Tech Design.....

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An Discussion of Stored Energy/Linear Distortion, Part I.

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An Discussion of Stored Energy/Linear Distortion, Part I.

The base frequency response of these

two drivers (figures 1 and 2) can be

observed at the T=0 axis (back plane

of the plots). As can be seen,the

drivers have very different raw

frequency response and the CDS plots

give an indication of how the

irregularities in the frequency response

translate into linear distortion. A perfect

driver with flat response form 0 Hz to

infinity would show a flat 0dB line at

T=0 and nothing for T>0. (Such a

response can typically be obtained

from a wide bandwidth amplifier or

preamplifier.)

Figure 3 shows thew CSD plot for an

electrical filter with a 4nd order

bandpass response (2nd order HP and

2nd order LP) which represents the

desired acoustic target for a midrange

response in a hypothetical speaker

system. Note that it is far from perfect

and suffers its own linear distortion and

stored energy compared to a perfectly

flat response. However, depending on

how well the crossover filter is

designed, we would expect the CSD

plot for either driver to have the same

characteristics when connected to its

filter. Any deviation from this behavior

indicates some residual linear

distortion relative to the true bandpass

response. (See Part 2 for a discussion

of stored energy in crossovers.)

Figures 4 and 5 then show the CSD

results for drivers 1 and 2,

respectively, in combination with their

respective digital crossover filters

constructed to yield the targeted band

pass response. Both plots show some

deviation from that presented in Figure

3, thus we can conclude that neither

crossover filter represents the perfect

linear correction to transform the raw

driver response into the targeted

bandpass response. This is a result of

both some error in the digital transfer

functions indicating a residual level of

linear distortion, and possible nonlinear

components in the driver response

(nonlinear distortion). However, it is

also clear that with their respective

filters in place both system perform

very closely to the ideal and will have

similar characteristics with regard to

linear distortion and stored energy.

The conclusions to be drawn here are:

that linear distortion tests on a raw

driver are not necessarily

representative of the behavior of the

driver when connected to a carefully

designed crossover network; linear

distortion is just that, a linear effect,

and can be corrected by application of

linear networks to shape the response

to the desired target; different system

which have similar impulse, frequency

or CSD plots will have similar burst and

stored energy characteristics. The

advantage of using drivers which have

smoother raw response is that the

crossover filters and response shaping

required to obtain the desired acoustic

targets can be much simpler.

two drivers (figures 1 and 2) can be

observed at the T=0 axis (back plane

of the plots). As can be seen,the

drivers have very different raw

frequency response and the CDS plots

give an indication of how the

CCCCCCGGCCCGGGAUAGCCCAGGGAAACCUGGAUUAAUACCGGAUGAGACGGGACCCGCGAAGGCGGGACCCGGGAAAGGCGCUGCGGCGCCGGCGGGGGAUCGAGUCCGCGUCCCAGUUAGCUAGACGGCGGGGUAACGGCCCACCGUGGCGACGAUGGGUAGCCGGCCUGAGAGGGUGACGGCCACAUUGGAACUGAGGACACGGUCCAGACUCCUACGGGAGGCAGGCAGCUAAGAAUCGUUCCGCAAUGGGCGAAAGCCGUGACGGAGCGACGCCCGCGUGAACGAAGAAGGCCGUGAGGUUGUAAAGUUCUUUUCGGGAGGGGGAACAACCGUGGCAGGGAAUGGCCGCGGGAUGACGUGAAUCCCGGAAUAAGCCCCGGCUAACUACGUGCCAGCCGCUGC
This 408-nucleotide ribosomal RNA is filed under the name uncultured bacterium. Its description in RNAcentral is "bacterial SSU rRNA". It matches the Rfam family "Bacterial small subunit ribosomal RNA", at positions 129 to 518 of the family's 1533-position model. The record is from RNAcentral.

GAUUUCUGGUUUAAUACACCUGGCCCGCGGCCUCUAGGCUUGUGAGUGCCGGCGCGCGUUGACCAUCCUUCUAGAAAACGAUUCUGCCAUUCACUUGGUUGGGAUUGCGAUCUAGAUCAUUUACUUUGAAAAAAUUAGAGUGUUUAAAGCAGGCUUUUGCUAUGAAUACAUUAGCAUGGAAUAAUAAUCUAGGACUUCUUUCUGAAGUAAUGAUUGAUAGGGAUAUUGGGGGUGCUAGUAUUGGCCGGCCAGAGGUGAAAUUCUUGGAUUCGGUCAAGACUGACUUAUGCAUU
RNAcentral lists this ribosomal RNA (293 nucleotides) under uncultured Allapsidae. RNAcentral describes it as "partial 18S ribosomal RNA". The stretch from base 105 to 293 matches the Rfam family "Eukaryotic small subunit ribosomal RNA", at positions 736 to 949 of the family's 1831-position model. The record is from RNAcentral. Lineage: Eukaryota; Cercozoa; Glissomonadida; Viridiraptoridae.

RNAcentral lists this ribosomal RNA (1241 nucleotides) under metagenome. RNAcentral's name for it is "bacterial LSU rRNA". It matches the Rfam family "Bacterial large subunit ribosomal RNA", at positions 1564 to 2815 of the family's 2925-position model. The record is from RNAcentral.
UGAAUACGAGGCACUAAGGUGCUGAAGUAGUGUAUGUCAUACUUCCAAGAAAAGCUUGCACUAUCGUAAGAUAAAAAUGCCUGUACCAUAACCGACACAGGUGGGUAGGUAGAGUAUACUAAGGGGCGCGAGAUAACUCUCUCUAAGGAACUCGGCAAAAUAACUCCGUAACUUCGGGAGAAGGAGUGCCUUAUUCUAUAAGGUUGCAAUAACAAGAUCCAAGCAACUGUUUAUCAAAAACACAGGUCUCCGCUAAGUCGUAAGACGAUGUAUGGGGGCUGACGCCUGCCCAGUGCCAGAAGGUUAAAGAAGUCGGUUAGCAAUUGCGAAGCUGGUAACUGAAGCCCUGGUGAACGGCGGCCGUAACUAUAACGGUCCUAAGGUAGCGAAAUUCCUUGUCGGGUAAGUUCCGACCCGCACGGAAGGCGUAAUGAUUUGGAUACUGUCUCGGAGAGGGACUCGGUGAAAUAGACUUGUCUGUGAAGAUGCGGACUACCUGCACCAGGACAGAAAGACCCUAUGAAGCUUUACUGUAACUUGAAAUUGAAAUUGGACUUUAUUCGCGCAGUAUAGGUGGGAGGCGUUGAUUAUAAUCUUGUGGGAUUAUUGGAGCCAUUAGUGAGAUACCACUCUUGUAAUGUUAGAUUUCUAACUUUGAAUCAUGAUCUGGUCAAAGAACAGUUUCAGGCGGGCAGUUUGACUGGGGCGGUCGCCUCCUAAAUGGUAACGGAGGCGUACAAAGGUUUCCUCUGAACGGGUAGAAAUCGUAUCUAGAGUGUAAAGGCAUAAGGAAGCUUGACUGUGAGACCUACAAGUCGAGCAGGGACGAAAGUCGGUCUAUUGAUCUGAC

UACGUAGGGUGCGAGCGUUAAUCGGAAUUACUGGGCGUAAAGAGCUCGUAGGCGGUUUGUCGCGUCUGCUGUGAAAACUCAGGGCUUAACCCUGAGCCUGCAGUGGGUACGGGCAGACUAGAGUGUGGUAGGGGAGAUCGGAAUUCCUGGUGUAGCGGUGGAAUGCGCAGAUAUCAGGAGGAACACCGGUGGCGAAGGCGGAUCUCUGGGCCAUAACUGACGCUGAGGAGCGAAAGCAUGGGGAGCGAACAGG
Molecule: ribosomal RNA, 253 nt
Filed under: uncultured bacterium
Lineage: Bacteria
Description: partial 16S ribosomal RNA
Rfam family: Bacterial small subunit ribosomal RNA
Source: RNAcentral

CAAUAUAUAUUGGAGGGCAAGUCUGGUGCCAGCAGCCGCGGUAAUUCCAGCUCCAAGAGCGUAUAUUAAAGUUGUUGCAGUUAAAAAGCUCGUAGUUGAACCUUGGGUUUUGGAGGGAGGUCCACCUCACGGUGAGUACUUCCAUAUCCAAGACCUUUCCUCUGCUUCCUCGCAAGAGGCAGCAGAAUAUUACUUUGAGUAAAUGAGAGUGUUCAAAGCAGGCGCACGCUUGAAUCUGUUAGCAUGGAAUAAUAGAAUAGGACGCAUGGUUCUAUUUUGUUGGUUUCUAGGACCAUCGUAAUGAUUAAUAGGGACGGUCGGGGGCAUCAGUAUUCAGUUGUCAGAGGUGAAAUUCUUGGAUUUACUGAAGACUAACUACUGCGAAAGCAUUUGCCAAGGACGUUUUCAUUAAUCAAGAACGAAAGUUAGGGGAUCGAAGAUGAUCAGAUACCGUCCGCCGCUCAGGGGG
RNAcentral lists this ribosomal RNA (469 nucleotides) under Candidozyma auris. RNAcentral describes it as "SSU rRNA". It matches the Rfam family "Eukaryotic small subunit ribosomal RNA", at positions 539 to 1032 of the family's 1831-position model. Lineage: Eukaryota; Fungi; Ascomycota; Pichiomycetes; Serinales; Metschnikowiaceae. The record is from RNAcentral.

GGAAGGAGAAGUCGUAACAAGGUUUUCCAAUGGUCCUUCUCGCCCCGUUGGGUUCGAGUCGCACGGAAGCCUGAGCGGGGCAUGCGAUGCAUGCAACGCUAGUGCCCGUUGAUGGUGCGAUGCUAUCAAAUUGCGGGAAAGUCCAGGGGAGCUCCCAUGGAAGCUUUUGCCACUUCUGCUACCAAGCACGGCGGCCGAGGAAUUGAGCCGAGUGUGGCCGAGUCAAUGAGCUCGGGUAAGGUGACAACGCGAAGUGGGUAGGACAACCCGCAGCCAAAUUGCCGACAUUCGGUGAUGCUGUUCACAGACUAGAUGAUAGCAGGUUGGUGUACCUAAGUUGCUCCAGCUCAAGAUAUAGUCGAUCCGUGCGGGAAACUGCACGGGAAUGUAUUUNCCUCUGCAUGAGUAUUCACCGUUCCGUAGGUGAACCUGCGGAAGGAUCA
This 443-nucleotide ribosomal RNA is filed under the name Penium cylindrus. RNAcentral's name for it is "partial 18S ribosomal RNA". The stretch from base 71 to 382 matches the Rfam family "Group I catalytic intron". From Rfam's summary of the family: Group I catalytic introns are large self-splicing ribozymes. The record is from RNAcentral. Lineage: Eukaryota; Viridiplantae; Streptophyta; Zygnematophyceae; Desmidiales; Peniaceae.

irregularities in the frequency response

translate into linear distortion. A perfect

driver with flat response form 0 Hz to

infinity would show a flat 0dB line at

T=0 and nothing for T>0. (Such a

response can typically be obtained

from a wide bandwidth amplifier or

preamplifier.)

Figure 3 shows thew CSD plot for an

electrical filter with a 4nd order

bandpass response (2nd order HP and

2nd order LP) which represents the

desired acoustic target for a midrange

response in a hypothetical speaker

system. Note that it is far from perfect

and suffers its own linear distortion and

stored energy compared to a perfectly

flat response. However, depending on

how well the crossover filter is

designed, we would expect the CSD

plot for either driver to have the same

characteristics when connected to its

filter. Any deviation from this behavior

indicates some residual linear

distortion relative to the true bandpass

response. (See Part 2 for a discussion

of stored energy in crossovers.)

Figures 4 and 5 then show the CSD

results for drivers 1 and 2,

respectively, in combination with their

respective digital crossover filters

constructed to yield the targeted band

pass response. Both plots show some

deviation from that presented in Figure

3, thus we can conclude that neither

crossover filter represents the perfect

linear correction to transform the raw

driver response into the targeted

bandpass response. This is a result of

both some error in the digital transfer

functions indicating a residual level of

linear distortion, and possible nonlinear

components in the driver response

(nonlinear distortion). However, it is

also clear that with their respective

filters in place both system perform

very closely to the ideal and will have

similar characteristics with regard to

linear distortion and stored energy.

The conclusions to be drawn here are:

that linear distortion tests on a raw

driver are not necessarily

representative of the behavior of the

driver when connected to a carefully

designed crossover network; linear

distortion is just that, a linear effect,

and can be corrected by application of

linear networks to shape the response

to the desired target; different system

which have similar impulse, frequency

or CSD plots will have similar burst and

stored energy characteristics. The

advantage of using drivers which have

smoother raw response is that the

crossover filters and response shaping

required to obtain the desired acoustic

targets can be much simpler.